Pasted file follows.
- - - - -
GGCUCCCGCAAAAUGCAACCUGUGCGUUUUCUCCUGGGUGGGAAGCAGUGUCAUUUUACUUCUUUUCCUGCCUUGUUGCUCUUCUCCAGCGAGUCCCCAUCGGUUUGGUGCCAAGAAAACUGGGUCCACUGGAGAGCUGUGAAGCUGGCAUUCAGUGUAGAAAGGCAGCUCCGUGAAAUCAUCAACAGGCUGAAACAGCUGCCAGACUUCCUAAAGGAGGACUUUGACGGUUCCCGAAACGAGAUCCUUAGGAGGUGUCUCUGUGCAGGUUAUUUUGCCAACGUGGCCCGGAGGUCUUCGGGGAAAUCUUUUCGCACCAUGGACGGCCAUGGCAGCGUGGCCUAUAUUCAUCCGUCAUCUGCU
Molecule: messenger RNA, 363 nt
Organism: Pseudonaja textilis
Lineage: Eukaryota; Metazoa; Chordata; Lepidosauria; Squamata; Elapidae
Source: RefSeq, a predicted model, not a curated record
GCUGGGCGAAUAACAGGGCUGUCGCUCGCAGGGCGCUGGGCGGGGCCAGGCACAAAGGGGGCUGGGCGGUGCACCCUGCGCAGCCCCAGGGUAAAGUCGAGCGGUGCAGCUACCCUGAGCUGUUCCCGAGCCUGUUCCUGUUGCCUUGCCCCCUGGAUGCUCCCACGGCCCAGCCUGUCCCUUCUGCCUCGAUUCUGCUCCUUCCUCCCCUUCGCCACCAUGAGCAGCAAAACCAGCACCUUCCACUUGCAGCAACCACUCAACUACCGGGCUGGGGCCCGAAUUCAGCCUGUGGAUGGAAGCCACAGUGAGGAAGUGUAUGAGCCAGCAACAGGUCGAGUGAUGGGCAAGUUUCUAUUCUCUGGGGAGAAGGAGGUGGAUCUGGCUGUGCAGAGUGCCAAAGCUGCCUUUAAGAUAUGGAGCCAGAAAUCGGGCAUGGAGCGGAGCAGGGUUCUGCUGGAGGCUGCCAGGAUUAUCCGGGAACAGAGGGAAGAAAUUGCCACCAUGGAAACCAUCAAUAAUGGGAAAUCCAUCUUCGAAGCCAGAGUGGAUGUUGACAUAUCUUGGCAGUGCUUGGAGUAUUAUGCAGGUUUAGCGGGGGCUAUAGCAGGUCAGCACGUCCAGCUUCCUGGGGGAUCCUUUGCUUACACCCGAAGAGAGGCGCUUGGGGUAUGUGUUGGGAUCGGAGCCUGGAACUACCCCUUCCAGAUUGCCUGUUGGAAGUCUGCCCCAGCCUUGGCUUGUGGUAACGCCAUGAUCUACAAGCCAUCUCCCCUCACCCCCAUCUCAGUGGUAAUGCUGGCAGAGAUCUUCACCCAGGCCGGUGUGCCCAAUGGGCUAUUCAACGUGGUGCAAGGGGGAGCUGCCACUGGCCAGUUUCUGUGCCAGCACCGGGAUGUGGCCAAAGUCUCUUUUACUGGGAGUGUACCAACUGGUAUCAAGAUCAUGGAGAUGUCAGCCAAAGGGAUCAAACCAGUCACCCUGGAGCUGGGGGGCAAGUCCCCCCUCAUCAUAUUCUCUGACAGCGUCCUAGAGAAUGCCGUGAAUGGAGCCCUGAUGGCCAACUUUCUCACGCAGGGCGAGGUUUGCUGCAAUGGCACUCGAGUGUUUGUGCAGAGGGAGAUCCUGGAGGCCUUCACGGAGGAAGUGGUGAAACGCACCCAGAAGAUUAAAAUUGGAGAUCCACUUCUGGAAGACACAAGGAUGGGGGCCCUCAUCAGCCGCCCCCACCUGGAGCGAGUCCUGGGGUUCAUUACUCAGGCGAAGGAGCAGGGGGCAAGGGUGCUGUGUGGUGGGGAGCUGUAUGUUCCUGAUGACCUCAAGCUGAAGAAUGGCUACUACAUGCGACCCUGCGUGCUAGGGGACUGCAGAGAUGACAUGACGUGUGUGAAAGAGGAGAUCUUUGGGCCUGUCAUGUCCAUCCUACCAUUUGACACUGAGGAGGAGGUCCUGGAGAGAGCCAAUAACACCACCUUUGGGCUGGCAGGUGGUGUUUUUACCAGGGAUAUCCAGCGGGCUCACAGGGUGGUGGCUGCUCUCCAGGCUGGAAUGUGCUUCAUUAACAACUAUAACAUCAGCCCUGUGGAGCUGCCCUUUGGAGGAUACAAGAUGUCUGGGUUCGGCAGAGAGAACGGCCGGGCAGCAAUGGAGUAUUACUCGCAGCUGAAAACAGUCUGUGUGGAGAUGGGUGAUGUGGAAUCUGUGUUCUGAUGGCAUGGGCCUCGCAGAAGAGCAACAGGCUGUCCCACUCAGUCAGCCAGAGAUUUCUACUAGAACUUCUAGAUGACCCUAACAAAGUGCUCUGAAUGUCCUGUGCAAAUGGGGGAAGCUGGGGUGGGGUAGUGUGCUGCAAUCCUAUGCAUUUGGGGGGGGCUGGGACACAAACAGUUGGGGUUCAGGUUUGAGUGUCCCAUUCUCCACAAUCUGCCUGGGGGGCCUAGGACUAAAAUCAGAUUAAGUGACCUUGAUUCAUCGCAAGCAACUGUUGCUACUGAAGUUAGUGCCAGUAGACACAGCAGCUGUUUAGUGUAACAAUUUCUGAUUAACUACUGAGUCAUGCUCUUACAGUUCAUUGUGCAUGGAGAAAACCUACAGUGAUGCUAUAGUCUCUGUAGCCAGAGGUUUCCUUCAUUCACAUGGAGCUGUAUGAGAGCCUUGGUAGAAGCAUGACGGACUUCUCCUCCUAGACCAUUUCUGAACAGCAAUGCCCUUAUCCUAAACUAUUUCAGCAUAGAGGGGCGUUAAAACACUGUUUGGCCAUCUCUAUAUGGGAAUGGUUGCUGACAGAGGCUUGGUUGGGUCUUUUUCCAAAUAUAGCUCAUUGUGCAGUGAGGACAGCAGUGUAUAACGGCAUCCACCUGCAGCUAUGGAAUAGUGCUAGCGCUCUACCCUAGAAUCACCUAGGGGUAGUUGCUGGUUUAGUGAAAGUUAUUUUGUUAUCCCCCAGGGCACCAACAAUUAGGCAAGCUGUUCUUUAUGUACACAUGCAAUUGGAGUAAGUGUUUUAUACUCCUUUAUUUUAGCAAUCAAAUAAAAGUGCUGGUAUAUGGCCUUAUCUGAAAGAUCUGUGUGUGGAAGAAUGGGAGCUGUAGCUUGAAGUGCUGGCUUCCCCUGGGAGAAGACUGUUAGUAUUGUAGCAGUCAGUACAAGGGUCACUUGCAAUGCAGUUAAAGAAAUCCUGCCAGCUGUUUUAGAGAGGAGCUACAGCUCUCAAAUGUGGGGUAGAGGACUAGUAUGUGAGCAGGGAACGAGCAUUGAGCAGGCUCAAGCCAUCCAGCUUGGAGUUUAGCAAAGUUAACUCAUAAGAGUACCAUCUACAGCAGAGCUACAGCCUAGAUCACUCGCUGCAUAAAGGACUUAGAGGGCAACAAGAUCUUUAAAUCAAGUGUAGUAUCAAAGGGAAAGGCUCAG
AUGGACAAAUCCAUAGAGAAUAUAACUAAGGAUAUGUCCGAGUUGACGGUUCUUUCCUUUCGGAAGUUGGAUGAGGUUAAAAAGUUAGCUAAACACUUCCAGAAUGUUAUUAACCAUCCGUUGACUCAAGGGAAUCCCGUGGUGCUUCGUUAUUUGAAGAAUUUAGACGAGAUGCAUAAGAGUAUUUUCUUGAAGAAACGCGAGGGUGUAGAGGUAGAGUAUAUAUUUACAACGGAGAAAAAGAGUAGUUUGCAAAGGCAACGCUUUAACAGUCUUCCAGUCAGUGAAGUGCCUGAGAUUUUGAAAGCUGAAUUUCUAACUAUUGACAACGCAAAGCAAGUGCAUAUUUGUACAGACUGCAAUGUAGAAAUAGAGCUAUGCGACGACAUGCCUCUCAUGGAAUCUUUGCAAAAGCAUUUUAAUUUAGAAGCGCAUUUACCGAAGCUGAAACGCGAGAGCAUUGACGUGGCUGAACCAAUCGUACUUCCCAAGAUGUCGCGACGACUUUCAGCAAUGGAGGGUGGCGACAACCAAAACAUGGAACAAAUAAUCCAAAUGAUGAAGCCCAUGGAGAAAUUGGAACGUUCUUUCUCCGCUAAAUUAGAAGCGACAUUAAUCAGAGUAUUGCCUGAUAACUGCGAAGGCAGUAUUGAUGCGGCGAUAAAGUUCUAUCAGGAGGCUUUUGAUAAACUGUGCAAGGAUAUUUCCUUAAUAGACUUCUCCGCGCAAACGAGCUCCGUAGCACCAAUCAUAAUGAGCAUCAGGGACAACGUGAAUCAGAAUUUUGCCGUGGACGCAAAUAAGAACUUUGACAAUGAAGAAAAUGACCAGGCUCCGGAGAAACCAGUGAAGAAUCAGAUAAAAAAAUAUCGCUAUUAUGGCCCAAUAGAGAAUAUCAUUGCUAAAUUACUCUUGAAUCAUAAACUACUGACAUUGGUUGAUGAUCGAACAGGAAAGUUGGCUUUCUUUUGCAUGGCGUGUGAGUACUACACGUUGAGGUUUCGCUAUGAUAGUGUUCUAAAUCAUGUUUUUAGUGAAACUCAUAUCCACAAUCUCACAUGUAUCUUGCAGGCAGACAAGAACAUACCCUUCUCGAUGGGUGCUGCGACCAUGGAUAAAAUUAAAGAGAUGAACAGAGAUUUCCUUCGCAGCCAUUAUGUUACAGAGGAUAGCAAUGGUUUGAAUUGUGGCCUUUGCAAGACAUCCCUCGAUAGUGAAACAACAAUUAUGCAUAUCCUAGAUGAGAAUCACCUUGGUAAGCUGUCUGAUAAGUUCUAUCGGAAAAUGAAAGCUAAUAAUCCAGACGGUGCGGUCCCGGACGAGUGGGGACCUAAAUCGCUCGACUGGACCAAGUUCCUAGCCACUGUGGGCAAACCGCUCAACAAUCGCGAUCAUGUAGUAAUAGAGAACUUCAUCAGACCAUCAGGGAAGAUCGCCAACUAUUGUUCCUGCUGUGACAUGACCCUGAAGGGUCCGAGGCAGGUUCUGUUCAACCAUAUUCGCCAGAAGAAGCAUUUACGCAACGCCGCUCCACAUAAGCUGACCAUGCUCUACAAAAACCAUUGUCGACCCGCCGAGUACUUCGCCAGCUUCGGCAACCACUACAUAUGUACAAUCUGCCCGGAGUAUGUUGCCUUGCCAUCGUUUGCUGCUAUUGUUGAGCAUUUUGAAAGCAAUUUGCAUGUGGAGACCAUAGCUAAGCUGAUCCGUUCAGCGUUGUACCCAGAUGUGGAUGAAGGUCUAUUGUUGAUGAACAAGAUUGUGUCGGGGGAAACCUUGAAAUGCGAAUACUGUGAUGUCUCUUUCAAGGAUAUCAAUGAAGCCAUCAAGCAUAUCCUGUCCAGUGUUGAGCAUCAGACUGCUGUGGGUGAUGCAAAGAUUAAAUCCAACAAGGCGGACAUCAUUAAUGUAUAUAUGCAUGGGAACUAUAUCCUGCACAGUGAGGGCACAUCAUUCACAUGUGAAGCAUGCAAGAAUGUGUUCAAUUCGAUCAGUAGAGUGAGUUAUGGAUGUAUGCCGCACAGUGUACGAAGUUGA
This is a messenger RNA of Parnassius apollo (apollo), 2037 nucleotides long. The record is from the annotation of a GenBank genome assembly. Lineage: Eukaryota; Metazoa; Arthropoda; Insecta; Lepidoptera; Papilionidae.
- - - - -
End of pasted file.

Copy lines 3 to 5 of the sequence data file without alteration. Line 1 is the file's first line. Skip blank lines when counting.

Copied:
Organism: Pseudonaja textilis
Lineage: Eukaryota; Metazoa; Chordata; Lepidosauria; Squamata; Elapidae
Source: RefSeq, a predicted model, not a curated record